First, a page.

The father of German unification
HELMUT Kohl, the West German political leader who became an unlikely international statesman when he helped unite Communist East Germany with the West after the fall of the Berlin Wall in 1989 and served as chancellor of a unified Germany for much of the 1990s, died at his home in Ludwigshafen. He was 87.
After succeeding the worldly Helmut Schmidt as chancellor in 1982, Kohl was sometimes perceived as a clumsy politician with an uninspiring speaking style and a penchant for public relations gaffes, such as his insistence that US President Ronald Reagan visit the German military cemetery in Bitburg, where members of the Waffen-SS were buried.
Kohl’s legacy seemed to change overnight with the collapse of the Berlin Wall on November 9, 1989. For 28 years, the wall had stood as one of the most visible symbols of separation between Western Europe and the Communist bloc of eastern European countries.
Kohl seized the opportunity to transform himself into a leader of international stature. Many Germans on both sides of the wall that divided the nation during the Cold War found Kohl’s shambling, diffident manner a comforting relief from the charismatic style of politicians that had become nearly taboo in the post-Hitler period.
When Kohl made a dramatic appearance before 50 000 East Germans in Dresden just six weeks after the fall of the Berlin Wall, he was greeted with tears and chants of “our chancellor”. He drew roaring approval from East German residents by saying, “When the historic moment allows it, let us have the unity of our country.”
He added, “We won’t leave our countrymen in the lurch.”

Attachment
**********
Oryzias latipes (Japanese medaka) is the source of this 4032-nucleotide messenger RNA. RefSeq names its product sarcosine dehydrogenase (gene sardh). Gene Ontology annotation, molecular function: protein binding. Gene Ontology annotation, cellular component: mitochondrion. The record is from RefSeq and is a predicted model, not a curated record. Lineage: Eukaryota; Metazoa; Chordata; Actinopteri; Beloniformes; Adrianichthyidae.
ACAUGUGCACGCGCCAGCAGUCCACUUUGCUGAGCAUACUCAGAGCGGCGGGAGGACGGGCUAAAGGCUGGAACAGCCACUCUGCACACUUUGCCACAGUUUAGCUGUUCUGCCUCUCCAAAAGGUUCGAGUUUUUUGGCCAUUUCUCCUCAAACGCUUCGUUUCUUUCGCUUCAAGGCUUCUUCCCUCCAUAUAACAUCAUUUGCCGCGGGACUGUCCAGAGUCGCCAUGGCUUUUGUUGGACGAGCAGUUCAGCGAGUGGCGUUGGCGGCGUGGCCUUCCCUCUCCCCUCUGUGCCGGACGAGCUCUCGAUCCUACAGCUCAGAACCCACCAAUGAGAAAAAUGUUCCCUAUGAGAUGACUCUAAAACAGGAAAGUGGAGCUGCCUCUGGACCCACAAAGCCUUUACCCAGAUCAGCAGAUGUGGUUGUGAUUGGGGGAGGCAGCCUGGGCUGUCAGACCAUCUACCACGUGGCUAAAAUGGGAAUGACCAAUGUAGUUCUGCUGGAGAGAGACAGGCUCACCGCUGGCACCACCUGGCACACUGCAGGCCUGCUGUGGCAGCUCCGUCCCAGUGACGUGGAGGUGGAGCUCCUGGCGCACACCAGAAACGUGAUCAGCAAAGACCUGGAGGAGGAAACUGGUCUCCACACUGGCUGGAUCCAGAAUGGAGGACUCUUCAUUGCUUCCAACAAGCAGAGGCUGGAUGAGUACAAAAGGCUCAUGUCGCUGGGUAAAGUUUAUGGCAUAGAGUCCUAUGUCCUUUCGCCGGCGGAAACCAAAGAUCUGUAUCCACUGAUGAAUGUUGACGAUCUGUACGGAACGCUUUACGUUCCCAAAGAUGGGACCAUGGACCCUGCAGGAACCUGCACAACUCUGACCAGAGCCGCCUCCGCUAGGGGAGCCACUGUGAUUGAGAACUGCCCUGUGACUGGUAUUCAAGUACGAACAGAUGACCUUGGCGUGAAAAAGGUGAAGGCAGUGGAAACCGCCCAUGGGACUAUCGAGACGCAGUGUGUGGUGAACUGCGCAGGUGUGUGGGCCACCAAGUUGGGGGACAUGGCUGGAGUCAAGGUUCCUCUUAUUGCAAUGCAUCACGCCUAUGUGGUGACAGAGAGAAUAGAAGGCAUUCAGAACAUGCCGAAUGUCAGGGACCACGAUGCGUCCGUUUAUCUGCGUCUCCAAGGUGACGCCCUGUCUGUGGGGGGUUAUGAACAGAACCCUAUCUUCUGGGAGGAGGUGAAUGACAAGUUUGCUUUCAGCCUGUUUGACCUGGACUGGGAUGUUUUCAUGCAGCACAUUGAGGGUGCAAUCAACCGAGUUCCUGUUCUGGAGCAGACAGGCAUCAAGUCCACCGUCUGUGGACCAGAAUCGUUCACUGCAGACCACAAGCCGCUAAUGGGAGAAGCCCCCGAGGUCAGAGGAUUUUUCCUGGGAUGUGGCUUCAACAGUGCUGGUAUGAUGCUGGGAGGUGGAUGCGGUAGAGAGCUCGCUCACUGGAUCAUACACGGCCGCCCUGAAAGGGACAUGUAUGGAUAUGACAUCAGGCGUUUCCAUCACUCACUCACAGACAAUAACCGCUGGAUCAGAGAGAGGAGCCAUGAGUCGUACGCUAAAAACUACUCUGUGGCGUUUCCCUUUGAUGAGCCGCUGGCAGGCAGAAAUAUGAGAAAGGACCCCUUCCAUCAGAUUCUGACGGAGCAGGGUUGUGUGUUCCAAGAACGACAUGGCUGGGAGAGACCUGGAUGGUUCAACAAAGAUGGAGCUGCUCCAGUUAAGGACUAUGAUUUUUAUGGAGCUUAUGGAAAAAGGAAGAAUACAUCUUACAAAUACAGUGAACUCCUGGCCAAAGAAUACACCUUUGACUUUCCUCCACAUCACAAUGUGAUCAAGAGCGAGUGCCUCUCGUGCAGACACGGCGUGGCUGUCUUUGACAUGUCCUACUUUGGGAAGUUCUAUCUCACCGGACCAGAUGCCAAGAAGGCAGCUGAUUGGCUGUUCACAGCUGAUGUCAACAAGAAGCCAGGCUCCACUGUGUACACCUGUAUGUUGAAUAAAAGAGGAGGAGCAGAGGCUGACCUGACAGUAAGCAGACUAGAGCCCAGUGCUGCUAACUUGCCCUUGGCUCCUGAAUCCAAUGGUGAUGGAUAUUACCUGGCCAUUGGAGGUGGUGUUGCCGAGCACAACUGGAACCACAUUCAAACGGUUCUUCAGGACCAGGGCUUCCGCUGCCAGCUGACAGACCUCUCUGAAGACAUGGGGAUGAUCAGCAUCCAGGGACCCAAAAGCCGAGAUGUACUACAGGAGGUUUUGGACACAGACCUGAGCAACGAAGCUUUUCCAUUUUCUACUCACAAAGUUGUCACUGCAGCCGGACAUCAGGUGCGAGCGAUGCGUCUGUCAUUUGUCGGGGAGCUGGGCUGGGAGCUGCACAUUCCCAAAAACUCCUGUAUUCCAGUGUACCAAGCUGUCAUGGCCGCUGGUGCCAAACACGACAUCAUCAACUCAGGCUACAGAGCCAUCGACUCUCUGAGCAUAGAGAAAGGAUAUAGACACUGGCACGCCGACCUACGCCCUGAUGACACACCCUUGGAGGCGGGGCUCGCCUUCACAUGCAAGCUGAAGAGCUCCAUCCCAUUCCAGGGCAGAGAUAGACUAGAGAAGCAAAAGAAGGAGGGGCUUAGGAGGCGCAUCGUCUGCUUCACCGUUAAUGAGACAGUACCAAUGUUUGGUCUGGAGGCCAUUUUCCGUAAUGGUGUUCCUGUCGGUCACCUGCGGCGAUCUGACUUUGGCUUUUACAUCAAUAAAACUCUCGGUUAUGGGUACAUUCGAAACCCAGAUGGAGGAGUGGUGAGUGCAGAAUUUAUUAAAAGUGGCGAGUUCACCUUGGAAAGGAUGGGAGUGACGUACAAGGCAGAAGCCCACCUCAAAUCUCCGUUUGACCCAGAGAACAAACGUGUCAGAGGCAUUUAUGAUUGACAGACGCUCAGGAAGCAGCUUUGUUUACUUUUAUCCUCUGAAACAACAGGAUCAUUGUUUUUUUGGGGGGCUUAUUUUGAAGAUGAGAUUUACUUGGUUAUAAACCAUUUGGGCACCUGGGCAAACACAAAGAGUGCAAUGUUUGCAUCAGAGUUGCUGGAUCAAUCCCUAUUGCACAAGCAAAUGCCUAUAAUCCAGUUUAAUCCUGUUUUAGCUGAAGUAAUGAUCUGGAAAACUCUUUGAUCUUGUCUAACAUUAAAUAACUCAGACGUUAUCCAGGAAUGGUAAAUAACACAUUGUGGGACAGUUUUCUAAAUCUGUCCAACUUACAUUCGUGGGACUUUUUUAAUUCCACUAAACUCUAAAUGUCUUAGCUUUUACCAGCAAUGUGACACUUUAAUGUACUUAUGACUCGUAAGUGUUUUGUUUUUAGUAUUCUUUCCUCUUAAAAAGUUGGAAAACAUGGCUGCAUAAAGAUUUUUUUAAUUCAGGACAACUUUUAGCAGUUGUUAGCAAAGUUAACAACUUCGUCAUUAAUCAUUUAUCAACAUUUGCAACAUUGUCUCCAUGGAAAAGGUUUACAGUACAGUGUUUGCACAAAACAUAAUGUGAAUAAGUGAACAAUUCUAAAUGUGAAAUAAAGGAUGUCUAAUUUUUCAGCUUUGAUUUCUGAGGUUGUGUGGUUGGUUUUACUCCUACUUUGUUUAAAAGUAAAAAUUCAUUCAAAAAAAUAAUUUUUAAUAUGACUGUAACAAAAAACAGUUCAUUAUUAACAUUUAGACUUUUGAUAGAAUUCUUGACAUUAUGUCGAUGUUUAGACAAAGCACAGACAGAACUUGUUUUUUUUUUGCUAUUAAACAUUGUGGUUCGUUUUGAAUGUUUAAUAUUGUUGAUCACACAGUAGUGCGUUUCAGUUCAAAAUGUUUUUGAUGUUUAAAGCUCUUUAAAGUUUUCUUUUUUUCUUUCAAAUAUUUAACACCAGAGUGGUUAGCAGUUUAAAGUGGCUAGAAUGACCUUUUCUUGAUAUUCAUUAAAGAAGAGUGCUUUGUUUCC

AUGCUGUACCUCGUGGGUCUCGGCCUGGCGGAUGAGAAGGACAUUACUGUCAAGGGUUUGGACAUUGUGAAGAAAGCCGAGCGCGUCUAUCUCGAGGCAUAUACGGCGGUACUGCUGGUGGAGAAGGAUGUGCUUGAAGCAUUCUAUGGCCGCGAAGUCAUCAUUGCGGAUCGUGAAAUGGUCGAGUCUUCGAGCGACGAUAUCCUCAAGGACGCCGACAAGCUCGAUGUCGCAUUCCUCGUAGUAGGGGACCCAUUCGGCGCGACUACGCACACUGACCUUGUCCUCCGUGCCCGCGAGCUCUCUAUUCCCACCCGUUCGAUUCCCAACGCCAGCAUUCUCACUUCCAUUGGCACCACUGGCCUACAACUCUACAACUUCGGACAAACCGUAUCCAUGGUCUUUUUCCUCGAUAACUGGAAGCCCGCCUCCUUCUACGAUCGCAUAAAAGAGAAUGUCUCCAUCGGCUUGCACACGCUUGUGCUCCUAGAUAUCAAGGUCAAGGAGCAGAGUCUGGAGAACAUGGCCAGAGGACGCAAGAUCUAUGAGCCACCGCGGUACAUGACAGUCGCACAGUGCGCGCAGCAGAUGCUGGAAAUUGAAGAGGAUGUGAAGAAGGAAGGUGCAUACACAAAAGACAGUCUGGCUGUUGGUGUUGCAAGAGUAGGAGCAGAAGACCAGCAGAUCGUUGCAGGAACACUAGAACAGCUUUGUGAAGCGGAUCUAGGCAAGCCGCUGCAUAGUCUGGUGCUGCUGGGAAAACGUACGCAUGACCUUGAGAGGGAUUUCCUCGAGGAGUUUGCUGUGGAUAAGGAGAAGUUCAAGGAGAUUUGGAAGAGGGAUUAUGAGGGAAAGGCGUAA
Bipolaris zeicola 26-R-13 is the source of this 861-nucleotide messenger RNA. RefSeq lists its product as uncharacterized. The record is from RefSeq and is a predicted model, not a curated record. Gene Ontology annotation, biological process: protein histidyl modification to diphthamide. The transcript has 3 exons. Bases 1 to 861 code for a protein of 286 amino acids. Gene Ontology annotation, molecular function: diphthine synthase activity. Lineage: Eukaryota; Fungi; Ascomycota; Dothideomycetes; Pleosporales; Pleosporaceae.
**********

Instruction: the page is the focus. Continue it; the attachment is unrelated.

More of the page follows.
Kohl made good on that promise by welcoming East Germans into the West with an expensive but powerful gift – agreeing to let East Germans exchange their virtually worthless Communist marks for West Germany’s valuable Deutsche marks on a one-to-one basis. Economists argued he was risking his country’s most cherished asset but the bet paid off in political calm and stability.
Kohl was elected chancellor four times and held Germany’s top political office until 1998.
He was careful to position his country’s expansion and reunification in the post-war structures of the EU and Nato, devoting much of his energy to reassuring France, Britain, the US and the Soviet Union Germany still knew its place.
“We are not a world power and I consider it foolish to dream worldpower dreams,” he said immediately after Soviet President Mikhail Gorbachev gave his surprise endorsement of German unity in 1990.
During the Cold War, a divided Germany had played host to the most destructive weapons and most concentrated collection of forces on the planet. The new Germany, Kohl told his partners, would be a successful merchant with a modest diplomatic front, a limited military and a deep fear of getting involved in international conflicts.
Kohl repeatedly promised that the new nation would be a European Germany, without any ambition of creating a German Europe.
Unification was completed by October 1990 in part because Kohl initiated payments of billions of Deutsche marks to the Soviet Union to withdraw troops.
Kohl hoped to be remembered for unifying the two Germanys and ushering the united country into the international community.
“We Germans have learnt from history,” he said. “We are a peaceloving, freedom-loving people. There is only one place for us in the world: at the side of the free nations.” – Washington Post
Former German chancellor Helmut Kohl with his memoir in 2014.